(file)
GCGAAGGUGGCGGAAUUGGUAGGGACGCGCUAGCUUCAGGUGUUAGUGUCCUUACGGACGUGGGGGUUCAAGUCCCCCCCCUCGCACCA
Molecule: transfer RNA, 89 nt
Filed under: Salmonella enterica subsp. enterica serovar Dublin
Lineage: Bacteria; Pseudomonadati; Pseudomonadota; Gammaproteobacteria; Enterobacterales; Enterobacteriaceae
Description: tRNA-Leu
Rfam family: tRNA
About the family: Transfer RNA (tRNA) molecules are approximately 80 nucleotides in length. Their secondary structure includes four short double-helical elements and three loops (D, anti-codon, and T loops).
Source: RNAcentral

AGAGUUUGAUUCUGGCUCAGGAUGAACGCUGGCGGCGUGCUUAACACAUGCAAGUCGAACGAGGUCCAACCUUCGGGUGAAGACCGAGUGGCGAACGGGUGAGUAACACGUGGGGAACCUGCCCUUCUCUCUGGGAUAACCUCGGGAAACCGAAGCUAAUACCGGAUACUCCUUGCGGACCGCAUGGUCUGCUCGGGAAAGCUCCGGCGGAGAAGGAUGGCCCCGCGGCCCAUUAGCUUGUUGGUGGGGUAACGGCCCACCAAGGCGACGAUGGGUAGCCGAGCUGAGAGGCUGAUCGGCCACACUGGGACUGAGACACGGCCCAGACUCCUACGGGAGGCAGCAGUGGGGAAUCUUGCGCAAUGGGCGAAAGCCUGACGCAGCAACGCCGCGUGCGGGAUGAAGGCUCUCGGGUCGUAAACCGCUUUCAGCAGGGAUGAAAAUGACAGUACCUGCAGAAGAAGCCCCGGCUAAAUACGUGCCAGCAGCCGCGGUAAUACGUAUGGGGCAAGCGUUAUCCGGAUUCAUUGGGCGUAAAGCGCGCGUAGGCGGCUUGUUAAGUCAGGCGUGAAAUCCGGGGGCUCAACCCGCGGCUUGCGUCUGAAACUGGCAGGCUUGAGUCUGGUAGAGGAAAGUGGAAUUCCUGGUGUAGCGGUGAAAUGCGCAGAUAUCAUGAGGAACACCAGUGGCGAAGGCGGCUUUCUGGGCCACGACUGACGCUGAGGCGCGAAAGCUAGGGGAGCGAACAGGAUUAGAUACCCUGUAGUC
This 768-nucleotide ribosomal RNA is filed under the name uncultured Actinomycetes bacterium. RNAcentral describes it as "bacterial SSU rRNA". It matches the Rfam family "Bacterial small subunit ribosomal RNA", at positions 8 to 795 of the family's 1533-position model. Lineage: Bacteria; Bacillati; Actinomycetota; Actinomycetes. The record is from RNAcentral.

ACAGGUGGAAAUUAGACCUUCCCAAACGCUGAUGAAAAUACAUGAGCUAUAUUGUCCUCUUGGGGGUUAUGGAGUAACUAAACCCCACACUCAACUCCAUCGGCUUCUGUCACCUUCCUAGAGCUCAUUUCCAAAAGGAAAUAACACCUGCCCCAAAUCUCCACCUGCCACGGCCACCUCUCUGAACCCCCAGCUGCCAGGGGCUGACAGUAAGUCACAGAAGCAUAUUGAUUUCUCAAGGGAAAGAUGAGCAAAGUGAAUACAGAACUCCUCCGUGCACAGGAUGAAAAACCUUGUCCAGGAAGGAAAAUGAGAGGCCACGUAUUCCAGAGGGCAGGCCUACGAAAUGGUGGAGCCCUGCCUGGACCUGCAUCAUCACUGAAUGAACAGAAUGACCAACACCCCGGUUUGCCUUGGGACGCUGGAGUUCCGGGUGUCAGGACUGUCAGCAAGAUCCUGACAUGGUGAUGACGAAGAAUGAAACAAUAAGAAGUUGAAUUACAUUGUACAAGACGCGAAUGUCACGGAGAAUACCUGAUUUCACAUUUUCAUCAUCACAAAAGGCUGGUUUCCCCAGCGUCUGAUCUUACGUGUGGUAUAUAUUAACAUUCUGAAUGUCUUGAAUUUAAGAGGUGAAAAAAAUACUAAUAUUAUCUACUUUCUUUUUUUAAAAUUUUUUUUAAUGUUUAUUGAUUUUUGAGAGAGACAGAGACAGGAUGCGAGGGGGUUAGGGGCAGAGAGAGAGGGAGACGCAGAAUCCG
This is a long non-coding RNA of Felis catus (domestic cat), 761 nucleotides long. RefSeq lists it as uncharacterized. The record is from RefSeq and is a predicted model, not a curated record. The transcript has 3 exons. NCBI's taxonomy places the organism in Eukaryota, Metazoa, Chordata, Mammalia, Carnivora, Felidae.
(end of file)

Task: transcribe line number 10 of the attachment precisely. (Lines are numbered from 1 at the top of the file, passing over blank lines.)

This 768-nucleotide ribosomal RNA is filed under the name uncultured Actinomycetes bacterium. RNAcentral describes it as "bacterial SSU rRNA". It matches the Rfam family "Bacterial small subunit ribosomal RNA", at positions 8 to 795 of the family's 1533-position model. Lineage: Bacteria; Bacillati; Actinomycetota; Actinomycetes. The record is from RNAcentral.